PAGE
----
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More Nanny State coming from Hillary

Hillary Clinton knows her candidacy relies heavily on women voters - especially younger, unmarried women who tend to favor more and bigger programs as if the government were some huge grab-bag of free goodies for all (if only those parsimonious Republicans could be convinced to open the flood gates). Of course, in a Presidential campaign, as soon as you propose a new and sweeping socialist plan, some opponent pops up to demand "How ya gonna PAY for that? Huh? Huh?" Quite annoying . . .

So, Hillary's latest give-away is the best possible kind of gift she can imagine: the kind she doesn't have to pay for. Oh, she's going to throw $1 billion to the states for grants, but the real costs of her new plan will be born by employers, reports Patrick Healy for The New York Times:


Senator Hillary Rodham Clinton yesterday proposed giving $1 billion in grants to states that enact paid family leave laws and said that she would support requiring employers to provide workers seven days' annual paid sick leave.

Mrs. Clinton, a candidate for the Democratic presidential nomination, also called for expanding the Federal Family and Medical Leave Act, which protects the jobs of workers who take up to 12 weeks of unpaid leave. The law covers businesses with more than 50 workers. Mrs. Clinton would lower that to 25, covering an additional 13 million people, her campaign said.

The ideas are the latest parts of Mrs. Clinton's strategy to cement women as the cornerstone of her support, but her call for an expanded federal role in labor activities drew fire from business leaders, who called her proposals onerous.

Business representatives said state laws on paid leaves were often so broad that they risked abuses like demands for paid leaves for minor health concerns. In addition, the federal law on unpaid leave continues to concern some critics because some workers take leaves with short notice or are difficult to replace.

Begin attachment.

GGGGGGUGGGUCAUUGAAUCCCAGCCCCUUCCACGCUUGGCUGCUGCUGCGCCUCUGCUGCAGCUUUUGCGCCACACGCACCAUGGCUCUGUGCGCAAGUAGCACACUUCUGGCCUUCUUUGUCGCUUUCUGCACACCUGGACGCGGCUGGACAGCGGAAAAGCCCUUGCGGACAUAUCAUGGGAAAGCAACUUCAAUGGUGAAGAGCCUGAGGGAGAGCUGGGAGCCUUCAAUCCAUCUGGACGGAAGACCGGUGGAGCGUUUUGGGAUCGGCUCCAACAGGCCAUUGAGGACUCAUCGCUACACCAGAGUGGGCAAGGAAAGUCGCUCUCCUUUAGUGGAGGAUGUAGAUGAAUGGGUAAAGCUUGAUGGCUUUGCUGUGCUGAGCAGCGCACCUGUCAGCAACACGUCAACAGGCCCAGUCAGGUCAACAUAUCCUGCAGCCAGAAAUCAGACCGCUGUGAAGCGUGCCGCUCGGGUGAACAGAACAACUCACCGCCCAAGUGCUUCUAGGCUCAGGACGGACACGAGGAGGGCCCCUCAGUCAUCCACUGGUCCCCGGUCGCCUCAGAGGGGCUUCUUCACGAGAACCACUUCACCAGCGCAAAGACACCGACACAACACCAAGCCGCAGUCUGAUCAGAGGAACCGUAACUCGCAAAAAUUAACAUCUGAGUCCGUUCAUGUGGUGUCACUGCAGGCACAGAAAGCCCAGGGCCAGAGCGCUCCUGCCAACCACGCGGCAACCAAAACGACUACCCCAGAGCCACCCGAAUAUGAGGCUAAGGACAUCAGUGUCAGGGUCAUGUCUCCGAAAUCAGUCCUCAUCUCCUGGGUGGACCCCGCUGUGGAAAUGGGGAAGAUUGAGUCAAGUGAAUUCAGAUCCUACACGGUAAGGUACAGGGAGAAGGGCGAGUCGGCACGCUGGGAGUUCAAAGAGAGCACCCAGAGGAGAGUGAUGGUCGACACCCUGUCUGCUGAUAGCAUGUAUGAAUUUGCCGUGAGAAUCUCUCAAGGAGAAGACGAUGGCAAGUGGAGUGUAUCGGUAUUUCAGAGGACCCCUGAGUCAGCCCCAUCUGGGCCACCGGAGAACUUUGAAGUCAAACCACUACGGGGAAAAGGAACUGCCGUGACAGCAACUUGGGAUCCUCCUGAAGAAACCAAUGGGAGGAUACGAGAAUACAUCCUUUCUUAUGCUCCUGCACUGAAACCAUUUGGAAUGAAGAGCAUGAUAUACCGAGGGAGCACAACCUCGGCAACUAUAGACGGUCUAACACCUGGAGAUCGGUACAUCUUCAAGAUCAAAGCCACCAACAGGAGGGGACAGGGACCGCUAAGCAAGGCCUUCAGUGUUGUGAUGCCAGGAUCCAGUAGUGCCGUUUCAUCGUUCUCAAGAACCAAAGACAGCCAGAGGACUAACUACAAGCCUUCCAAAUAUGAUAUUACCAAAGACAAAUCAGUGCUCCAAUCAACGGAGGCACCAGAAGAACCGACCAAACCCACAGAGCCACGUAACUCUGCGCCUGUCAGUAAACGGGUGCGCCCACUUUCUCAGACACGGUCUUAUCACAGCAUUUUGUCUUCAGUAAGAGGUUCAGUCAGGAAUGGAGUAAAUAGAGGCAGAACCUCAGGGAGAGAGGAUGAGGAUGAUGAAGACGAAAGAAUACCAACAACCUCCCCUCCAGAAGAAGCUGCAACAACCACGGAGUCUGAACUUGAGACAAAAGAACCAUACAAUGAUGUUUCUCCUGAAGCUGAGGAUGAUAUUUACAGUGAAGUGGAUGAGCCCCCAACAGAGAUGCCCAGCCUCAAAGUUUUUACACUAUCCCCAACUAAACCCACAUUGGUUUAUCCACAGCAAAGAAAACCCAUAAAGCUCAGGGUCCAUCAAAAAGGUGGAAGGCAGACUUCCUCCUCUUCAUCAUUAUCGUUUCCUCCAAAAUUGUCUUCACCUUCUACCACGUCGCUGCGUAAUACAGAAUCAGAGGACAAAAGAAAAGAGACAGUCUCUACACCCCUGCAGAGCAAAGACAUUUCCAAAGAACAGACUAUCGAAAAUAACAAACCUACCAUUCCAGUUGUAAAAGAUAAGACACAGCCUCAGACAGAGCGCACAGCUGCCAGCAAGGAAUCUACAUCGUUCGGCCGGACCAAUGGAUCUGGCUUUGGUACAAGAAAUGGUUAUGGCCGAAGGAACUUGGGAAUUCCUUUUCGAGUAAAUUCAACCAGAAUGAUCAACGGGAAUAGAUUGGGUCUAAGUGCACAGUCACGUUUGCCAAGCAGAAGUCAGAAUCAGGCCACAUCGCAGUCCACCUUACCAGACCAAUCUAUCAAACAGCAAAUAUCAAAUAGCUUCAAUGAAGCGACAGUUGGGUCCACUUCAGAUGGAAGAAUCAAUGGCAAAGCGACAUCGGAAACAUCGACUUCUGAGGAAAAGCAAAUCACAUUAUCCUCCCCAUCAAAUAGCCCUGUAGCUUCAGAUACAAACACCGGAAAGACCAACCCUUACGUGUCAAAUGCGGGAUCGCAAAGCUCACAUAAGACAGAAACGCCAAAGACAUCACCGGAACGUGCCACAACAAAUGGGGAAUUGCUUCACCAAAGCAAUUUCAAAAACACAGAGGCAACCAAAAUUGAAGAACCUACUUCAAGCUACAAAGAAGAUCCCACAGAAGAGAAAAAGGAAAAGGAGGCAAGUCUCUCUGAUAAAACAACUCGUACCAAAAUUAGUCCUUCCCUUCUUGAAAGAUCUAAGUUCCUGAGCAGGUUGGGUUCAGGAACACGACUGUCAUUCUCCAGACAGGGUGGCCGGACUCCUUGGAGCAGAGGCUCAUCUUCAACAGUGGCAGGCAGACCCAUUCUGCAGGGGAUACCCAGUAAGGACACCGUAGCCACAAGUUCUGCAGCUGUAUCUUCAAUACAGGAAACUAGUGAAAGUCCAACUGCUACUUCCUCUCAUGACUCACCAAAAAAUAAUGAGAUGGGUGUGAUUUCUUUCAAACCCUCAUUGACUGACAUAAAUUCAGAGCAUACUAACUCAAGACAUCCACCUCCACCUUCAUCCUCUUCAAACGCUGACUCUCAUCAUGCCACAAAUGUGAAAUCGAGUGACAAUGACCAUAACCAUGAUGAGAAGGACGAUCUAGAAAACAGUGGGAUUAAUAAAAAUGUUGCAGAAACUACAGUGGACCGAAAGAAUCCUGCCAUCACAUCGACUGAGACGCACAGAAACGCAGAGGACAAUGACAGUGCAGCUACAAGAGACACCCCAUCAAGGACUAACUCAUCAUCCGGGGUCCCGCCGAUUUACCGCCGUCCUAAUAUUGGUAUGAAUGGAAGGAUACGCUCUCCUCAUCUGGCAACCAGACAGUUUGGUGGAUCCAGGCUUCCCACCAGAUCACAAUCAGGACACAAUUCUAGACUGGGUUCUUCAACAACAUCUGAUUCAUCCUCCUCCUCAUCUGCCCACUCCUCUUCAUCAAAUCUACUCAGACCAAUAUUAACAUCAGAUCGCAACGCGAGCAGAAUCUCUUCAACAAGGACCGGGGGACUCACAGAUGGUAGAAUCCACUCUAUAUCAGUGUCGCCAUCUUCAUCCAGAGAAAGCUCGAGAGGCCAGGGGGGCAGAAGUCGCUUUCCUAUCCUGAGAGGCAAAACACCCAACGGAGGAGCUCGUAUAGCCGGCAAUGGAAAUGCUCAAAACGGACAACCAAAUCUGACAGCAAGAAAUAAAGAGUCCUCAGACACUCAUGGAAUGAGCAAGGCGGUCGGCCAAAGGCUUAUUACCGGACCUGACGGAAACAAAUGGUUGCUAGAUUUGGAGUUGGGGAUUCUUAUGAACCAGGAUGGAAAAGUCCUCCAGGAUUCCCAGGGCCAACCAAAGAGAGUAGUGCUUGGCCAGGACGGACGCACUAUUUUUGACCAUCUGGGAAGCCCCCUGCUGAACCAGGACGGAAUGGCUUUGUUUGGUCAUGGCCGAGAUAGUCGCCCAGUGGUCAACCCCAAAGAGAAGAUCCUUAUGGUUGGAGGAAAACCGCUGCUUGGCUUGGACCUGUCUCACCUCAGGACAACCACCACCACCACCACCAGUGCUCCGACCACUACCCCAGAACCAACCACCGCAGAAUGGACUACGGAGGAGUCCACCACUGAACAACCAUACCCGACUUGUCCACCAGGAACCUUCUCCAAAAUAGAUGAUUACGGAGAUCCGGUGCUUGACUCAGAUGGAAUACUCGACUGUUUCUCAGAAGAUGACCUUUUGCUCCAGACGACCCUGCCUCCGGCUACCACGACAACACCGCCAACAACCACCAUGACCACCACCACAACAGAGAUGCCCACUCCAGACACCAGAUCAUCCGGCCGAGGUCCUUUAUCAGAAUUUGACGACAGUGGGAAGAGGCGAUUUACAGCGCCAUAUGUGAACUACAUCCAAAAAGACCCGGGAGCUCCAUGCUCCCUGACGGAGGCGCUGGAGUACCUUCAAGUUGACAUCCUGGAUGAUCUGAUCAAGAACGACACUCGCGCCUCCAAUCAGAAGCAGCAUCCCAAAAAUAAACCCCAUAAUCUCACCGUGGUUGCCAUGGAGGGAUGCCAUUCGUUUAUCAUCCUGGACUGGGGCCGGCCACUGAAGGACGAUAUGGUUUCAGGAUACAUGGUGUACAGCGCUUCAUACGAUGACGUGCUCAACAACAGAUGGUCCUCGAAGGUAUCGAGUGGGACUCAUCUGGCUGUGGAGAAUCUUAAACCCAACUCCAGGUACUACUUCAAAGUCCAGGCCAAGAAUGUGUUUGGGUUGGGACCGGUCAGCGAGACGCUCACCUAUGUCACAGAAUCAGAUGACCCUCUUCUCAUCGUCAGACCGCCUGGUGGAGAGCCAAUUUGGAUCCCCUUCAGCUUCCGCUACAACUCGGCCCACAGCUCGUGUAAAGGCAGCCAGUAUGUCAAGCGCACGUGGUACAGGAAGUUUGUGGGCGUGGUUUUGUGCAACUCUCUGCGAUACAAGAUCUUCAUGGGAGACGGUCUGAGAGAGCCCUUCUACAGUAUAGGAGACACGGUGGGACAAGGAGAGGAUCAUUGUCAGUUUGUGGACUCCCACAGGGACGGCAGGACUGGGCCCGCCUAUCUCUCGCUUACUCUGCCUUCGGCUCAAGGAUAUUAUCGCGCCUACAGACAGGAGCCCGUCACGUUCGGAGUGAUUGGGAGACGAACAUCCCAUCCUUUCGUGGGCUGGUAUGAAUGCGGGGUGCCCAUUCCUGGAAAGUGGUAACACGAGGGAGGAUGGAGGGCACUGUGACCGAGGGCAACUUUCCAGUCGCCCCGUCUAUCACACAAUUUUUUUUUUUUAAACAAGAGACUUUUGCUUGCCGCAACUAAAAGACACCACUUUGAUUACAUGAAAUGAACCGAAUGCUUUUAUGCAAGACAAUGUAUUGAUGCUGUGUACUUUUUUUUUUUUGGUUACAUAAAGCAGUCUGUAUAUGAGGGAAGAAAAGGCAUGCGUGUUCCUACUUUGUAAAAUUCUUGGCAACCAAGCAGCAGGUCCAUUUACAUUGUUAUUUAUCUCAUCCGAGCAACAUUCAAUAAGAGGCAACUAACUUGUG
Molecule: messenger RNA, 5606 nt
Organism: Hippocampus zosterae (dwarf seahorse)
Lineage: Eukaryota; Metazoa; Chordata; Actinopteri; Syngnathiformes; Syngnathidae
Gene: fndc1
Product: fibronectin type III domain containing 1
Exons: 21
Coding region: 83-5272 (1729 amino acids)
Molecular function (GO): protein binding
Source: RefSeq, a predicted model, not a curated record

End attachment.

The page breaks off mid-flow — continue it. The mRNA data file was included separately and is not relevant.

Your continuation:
Read the entire article at the link above. Naturally, if Mrs. Clinton had studied economics anywhere besides The Sayings of Chairman Mao, she might understand that increasing the marginal cost of employing people inevitably means that, in the long term, fewer people will be employed. Furthermore, since younger unmarried women of less economic means comprise a major constituency for her, it means fewer of her supporters will be able to find work over time.

's'okay, though. I'm sure Hillary will come up with some more dandy programs to support them - at least, in time for her reelection campaign in 2012, eh?


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Comments (10)

Whoever was the communist s... (Below threshold)
charlie:

Whoever was the communist s.o.b. who first came up w/ the socialist idea that an employer had to "pay" wages to workers in excgange for their labor, rather than a couple of daily bowls of gruel and a company-provided shack for housing?

A goddamned socialist for sure.

Way to defend big governmen... (Below threshold)
jpm100:

Way to defend big government & socialism there, Chuck.

I'm a believer now.

This is a great government ... (Below threshold)
Scrapiron:

This is a great government program. It will result in downsizing of thousands of small businesses, non-expansion of thousands of small businesses and what the democrats hope for, an expanded welfare system. The democrats are proven leaders. just look at the state of NJ, half of the residents want to abandon the state. That would be fine but they're so brainwashed they will bring the 'democrat' ideas that made it impossible to live there with them and ruin another state. Half want to go to NC which has already turned into a communist/socialist state due to immigration from yankee land. More stupid people won't help even with thousand of criminals from Mexico doing the work.

As usual, politicians are o... (Below threshold)

As usual, politicians are of the mindset that money simply magically appears out of the thin air, and can be used for whatever they so desire.

Increase benefits, increase cost of employment. And how, exactly, do people think businesses will pay for that cost?

A little history lesson: If... (Below threshold)
GianiD:

A little history lesson: If you don't know the answer make your best guess. Answer all the questions before looking at the answers in and upcoming post.

Who said it?

1) "We're going to take things away from you on behalf of the common good."

A. Karl Marx
B. Adolph Hitler
C. Joseph Stalin
D. None of the above

2) "It's time for a new beginning, for an end to government of the few, by the few, and for the few...and to replace it with shared responsibility for shared prosperity."

A. Lenin